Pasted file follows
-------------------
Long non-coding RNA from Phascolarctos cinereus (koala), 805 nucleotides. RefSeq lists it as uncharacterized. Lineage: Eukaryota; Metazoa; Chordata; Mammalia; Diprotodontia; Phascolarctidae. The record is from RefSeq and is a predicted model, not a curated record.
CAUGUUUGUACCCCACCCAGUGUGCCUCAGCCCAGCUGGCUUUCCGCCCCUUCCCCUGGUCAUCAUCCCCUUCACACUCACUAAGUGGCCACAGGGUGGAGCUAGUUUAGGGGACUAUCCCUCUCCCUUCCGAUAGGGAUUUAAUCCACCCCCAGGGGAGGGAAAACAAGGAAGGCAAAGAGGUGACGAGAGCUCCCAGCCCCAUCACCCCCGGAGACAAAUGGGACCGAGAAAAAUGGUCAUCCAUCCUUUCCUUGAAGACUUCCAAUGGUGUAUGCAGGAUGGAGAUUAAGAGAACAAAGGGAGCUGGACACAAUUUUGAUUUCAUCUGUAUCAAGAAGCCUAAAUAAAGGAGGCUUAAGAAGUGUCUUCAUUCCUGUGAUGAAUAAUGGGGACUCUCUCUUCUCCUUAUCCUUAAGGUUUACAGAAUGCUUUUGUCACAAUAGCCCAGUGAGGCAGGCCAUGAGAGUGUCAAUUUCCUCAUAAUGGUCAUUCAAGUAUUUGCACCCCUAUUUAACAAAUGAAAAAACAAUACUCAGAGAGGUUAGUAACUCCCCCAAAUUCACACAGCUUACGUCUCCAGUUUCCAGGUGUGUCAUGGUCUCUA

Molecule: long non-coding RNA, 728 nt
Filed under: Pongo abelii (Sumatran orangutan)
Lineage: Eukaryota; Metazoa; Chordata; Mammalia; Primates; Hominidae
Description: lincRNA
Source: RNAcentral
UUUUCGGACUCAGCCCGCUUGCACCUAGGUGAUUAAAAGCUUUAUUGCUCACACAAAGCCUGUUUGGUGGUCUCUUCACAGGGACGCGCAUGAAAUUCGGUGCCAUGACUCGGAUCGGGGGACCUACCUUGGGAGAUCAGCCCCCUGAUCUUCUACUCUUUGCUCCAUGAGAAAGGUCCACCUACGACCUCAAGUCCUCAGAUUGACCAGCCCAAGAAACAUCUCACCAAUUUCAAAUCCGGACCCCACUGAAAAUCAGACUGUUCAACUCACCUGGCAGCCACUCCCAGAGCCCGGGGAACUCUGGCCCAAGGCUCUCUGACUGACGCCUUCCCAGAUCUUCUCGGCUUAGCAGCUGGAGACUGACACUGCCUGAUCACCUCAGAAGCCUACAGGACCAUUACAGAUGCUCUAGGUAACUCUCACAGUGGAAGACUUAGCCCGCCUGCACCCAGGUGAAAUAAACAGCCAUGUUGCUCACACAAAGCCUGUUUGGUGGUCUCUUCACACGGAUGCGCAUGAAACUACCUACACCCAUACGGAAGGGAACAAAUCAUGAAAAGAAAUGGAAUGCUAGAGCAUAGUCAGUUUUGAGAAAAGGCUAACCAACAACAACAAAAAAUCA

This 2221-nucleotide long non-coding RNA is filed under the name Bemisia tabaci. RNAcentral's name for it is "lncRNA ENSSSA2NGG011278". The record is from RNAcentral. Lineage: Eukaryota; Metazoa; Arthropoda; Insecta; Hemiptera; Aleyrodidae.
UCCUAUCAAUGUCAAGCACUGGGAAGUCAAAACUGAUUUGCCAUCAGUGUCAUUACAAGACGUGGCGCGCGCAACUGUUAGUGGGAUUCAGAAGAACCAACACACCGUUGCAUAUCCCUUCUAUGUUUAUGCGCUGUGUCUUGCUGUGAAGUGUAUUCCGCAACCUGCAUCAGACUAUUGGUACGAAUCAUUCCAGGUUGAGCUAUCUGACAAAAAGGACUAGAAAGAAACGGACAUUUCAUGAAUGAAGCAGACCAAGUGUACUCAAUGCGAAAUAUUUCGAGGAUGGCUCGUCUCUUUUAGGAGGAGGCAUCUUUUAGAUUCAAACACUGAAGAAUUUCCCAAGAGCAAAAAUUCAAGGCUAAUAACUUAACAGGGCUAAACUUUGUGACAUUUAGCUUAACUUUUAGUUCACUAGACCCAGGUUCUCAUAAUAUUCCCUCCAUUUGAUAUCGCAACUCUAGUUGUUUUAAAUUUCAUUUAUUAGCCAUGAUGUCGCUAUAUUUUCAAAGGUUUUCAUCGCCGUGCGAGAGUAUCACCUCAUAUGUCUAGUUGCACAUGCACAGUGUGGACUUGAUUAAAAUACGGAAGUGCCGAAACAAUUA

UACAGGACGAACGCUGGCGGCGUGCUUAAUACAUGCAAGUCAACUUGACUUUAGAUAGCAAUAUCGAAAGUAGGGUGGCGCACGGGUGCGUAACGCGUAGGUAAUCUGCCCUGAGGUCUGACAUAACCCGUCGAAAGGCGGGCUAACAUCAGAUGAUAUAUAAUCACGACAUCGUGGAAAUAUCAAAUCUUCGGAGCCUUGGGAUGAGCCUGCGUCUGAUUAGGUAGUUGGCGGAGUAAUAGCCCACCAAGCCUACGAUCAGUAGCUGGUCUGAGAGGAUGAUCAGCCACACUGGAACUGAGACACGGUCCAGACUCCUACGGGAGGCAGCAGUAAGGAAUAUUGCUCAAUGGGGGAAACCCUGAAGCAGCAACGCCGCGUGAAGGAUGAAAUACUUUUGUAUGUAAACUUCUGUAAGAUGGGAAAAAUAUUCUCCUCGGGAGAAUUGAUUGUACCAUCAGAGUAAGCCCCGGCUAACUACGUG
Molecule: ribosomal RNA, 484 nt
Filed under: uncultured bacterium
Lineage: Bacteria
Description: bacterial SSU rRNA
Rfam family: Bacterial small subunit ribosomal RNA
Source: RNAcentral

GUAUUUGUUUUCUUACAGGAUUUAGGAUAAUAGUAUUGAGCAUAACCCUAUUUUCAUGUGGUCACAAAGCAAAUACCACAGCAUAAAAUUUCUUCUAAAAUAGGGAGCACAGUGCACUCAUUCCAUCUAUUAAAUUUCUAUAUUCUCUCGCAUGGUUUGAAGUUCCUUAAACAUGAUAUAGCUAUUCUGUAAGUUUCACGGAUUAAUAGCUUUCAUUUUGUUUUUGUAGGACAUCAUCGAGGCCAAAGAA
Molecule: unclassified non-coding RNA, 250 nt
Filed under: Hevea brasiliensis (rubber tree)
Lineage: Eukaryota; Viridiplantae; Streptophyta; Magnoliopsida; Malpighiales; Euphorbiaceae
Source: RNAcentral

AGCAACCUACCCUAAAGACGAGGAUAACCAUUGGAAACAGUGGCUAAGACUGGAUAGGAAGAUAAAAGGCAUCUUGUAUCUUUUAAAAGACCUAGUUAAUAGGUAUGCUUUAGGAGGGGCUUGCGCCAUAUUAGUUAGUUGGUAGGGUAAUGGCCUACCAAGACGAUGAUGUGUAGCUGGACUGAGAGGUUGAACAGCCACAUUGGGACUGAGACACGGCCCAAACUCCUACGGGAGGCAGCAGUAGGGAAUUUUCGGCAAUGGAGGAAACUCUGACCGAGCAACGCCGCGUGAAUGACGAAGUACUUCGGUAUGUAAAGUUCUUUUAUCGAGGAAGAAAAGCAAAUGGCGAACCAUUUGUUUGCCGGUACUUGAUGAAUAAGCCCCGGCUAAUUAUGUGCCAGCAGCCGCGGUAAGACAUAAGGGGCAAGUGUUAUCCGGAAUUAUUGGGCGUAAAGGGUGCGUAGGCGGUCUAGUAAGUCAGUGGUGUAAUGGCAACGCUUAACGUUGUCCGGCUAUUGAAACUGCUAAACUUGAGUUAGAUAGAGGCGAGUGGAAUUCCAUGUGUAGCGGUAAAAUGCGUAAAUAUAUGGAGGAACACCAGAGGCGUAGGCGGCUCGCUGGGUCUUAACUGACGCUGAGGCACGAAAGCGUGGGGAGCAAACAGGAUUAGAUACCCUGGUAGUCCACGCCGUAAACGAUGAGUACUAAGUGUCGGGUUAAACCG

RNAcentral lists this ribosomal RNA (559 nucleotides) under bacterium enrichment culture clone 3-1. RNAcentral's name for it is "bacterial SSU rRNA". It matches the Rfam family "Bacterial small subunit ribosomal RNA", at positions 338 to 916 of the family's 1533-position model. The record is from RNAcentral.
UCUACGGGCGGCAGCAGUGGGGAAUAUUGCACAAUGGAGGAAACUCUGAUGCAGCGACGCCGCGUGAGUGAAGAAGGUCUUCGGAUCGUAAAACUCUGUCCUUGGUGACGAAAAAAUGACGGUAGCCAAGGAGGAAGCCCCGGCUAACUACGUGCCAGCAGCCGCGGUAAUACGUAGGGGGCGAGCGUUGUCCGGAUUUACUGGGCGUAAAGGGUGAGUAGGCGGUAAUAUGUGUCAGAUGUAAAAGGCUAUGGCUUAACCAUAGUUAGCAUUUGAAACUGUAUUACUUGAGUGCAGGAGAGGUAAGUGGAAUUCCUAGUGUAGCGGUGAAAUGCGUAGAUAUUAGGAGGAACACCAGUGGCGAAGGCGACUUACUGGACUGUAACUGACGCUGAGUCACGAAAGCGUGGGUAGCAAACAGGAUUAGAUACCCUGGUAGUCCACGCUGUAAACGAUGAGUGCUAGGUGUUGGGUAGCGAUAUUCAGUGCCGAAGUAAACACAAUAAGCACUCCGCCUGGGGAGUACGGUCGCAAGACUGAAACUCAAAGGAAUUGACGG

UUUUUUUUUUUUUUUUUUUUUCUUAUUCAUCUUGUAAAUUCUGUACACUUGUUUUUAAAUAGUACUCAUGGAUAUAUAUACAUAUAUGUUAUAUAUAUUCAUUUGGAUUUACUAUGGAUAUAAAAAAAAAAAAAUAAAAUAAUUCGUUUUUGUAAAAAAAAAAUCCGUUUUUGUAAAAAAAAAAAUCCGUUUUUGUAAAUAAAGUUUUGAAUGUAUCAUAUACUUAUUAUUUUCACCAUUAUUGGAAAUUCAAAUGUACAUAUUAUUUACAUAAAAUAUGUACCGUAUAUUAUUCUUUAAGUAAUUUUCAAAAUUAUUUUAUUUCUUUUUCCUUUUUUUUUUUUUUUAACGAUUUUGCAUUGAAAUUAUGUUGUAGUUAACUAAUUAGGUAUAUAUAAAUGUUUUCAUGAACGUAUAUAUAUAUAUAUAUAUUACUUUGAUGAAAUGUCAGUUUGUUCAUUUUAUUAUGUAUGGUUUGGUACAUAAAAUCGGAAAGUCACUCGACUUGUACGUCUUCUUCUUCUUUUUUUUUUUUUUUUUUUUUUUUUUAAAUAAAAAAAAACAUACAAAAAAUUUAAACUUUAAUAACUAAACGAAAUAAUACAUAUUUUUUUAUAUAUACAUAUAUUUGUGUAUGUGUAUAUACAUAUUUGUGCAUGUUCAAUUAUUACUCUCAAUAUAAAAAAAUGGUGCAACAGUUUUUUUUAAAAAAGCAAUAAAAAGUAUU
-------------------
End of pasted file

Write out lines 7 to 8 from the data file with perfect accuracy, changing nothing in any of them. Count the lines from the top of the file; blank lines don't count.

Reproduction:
Source: RNAcentral
UUUUCGGACUCAGCCCGCUUGCACCUAGGUGAUUAAAAGCUUUAUUGCUCACACAAAGCCUGUUUGGUGGUCUCUUCACAGGGACGCGCAUGAAAUUCGGUGCCAUGACUCGGAUCGGGGGACCUACCUUGGGAGAUCAGCCCCCUGAUCUUCUACUCUUUGCUCCAUGAGAAAGGUCCACCUACGACCUCAAGUCCUCAGAUUGACCAGCCCAAGAAACAUCUCACCAAUUUCAAAUCCGGACCCCACUGAAAAUCAGACUGUUCAACUCACCUGGCAGCCACUCCCAGAGCCCGGGGAACUCUGGCCCAAGGCUCUCUGACUGACGCCUUCCCAGAUCUUCUCGGCUUAGCAGCUGGAGACUGACACUGCCUGAUCACCUCAGAAGCCUACAGGACCAUUACAGAUGCUCUAGGUAACUCUCACAGUGGAAGACUUAGCCCGCCUGCACCCAGGUGAAAUAAACAGCCAUGUUGCUCACACAAAGCCUGUUUGGUGGUCUCUUCACACGGAUGCGCAUGAAACUACCUACACCCAUACGGAAGGGAACAAAUCAUGAAAAGAAAUGGAAUGCUAGAGCAUAGUCAGUUUUGAGAAAAGGCUAACCAACAACAACAAAAAAUCA